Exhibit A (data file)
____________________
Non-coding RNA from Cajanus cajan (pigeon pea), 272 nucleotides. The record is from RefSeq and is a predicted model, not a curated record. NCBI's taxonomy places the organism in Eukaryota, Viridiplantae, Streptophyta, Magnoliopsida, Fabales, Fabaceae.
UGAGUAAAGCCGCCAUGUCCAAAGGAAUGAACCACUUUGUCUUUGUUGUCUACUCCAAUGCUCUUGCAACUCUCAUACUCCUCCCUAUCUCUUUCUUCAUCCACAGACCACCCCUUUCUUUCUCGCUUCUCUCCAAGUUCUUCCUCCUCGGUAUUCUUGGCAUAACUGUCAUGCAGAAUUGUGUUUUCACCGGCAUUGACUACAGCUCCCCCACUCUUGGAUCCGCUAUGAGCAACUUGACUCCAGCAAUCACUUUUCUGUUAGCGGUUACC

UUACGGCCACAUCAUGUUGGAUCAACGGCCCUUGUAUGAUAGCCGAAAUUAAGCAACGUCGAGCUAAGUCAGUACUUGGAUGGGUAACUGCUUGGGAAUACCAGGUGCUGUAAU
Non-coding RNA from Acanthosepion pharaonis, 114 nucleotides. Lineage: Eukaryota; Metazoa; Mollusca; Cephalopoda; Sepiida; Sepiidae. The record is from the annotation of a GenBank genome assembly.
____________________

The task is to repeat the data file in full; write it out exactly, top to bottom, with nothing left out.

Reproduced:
Non-coding RNA from Cajanus cajan (pigeon pea), 272 nucleotides. The record is from RefSeq and is a predicted model, not a curated record. NCBI's taxonomy places the organism in Eukaryota, Viridiplantae, Streptophyta, Magnoliopsida, Fabales, Fabaceae.
UGAGUAAAGCCGCCAUGUCCAAAGGAAUGAACCACUUUGUCUUUGUUGUCUACUCCAAUGCUCUUGCAACUCUCAUACUCCUCCCUAUCUCUUUCUUCAUCCACAGACCACCCCUUUCUUUCUCGCUUCUCUCCAAGUUCUUCCUCCUCGGUAUUCUUGGCAUAACUGUCAUGCAGAAUUGUGUUUUCACCGGCAUUGACUACAGCUCCCCCACUCUUGGAUCCGCUAUGAGCAACUUGACUCCAGCAAUCACUUUUCUGUUAGCGGUUACC

UUACGGCCACAUCAUGUUGGAUCAACGGCCCUUGUAUGAUAGCCGAAAUUAAGCAACGUCGAGCUAAGUCAGUACUUGGAUGGGUAACUGCUUGGGAAUACCAGGUGCUGUAAU
Non-coding RNA from Acanthosepion pharaonis, 114 nucleotides. Lineage: Eukaryota; Metazoa; Mollusca; Cephalopoda; Sepiida; Sepiidae. The record is from the annotation of a GenBank genome assembly.